Watch Negotiations for an Environmental Goods Agreement (EGA)
Negotiations towards a Climate Treaty are picking up. This blog argues that the ongoing negotiations for an EGA are a small – but significant – test for following up on progress towards achieving a meaningful climate treaty.
This past July in Geneva, 14 countries launched negotiations to achieve free trade in environmental goods (EGs) through an Environmental Goods Agreement (EGA) under the umbrella of the WTO. For reasons given here, progress on these negotiations is a barometer to watch as confirmation that the recently signed “Lima call for Climate Action” is indeed a game changer; many have received the Lima agreement as a ”key step along the way” to the December 2015 Paris conference.
Three requirements for a successful Climate Agreement
To start with, a successful EGA will have to tackle three requirements that have eluded us so far in our quest for a successor to the Kyoto Protocol (KP). First, full participation will have to be promoted (only 14 percent of CO2 emissions were covered under KP). Second, we need a set-up where the countries that are parties to the agreement do actually comply to do what they pledged they would do (via what is now called Monitoring, Reporting and Verification (MRV)). Third, the Treaty will have to incorporate obligations that demand that countries change their behaviour substantially. Under KP none were fulfilled.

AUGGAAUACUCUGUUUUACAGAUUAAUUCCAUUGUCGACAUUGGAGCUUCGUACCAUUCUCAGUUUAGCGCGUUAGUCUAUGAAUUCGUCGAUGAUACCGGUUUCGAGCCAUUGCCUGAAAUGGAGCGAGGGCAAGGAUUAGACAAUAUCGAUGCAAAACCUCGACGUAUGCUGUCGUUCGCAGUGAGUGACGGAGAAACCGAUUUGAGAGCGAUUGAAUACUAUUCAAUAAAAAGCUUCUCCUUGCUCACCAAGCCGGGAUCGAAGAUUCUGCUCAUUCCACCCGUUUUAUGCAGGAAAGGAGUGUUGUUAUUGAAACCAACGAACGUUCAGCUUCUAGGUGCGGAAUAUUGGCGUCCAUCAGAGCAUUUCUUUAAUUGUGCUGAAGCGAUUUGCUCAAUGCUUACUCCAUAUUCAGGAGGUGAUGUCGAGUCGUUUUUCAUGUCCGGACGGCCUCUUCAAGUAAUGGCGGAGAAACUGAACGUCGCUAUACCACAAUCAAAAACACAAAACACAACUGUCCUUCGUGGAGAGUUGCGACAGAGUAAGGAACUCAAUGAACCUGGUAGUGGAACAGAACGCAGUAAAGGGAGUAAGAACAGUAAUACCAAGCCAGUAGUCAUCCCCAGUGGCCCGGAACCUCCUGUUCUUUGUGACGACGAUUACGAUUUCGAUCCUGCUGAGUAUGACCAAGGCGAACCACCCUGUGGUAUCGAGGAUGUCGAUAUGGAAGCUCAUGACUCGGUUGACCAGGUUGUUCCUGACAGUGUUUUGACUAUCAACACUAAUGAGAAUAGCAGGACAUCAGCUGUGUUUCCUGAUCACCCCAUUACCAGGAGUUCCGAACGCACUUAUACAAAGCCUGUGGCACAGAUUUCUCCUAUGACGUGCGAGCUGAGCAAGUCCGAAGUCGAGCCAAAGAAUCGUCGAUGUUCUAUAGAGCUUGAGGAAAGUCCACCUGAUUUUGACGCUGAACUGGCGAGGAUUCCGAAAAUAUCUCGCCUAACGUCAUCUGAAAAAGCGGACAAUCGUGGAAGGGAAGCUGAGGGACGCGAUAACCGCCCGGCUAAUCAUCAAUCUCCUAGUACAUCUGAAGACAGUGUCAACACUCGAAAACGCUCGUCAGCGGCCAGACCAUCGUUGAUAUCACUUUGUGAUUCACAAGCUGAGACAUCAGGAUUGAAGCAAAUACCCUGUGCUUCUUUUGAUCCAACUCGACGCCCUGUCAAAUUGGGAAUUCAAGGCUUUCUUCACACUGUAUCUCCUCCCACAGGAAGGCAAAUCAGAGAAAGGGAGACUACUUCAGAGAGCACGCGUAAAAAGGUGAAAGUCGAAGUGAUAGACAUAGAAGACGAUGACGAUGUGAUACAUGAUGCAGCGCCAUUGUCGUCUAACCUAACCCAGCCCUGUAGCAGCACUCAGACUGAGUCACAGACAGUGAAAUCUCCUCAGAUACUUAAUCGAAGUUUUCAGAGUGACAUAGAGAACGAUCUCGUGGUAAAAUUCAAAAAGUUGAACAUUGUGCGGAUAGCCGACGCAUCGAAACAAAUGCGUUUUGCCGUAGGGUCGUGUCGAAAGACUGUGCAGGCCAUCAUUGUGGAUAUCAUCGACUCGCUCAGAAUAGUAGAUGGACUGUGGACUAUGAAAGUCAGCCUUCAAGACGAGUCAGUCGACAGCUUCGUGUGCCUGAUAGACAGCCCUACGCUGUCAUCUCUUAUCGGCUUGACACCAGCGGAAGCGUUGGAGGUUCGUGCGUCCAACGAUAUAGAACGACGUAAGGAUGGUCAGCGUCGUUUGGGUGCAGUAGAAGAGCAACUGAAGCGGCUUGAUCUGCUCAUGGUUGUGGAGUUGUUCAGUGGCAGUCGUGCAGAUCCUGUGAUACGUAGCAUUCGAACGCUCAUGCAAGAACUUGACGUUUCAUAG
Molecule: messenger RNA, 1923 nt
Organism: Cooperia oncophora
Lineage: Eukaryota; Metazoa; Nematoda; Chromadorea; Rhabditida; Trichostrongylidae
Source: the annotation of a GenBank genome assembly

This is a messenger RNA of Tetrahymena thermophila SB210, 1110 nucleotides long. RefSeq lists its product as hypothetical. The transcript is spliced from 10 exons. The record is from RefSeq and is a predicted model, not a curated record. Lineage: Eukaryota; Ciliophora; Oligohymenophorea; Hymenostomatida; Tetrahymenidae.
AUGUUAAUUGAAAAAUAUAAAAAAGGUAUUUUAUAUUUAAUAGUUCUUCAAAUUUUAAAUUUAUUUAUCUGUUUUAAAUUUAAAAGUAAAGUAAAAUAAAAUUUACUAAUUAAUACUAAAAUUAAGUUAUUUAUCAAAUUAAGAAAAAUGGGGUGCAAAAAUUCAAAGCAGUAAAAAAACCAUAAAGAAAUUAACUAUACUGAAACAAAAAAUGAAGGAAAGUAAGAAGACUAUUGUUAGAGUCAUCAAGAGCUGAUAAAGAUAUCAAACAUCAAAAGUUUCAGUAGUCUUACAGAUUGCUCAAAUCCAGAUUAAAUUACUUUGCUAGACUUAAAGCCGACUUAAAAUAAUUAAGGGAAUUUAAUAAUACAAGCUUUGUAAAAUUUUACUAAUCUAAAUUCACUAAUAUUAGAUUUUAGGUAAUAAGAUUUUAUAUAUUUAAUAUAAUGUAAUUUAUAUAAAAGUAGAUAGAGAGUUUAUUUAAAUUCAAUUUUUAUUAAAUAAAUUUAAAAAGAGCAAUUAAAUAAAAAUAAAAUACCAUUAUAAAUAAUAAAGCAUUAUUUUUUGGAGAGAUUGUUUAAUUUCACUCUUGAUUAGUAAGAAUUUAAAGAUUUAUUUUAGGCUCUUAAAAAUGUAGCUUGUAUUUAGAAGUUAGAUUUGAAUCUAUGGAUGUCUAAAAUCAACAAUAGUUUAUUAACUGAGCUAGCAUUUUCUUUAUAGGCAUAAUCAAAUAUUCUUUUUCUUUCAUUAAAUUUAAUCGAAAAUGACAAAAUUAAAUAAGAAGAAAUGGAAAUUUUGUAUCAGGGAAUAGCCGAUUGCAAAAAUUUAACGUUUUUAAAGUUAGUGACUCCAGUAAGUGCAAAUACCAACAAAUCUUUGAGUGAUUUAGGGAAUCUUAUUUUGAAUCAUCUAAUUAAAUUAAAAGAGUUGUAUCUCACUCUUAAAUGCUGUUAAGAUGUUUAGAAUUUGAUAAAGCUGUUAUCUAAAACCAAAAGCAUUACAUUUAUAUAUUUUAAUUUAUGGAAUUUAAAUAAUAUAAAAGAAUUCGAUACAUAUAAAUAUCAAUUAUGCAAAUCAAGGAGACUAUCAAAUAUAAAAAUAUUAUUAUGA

How credible are the recent announcements?
The recent China-US announcement of national targets calling for substantial additional efforts by both is a step in the right direction. With the EU already on board, over 50 percent of global emissions are already covered in what negotiators call Nationally Determined Contributions (NDCs). For many observers, this is an encouraging step towards meeting the Durban Platform (2011), which calls all parties (countries) to be included under a common legal framework. The Lima call for Climate Action signed by 195 countries is certainly a step in the right direction.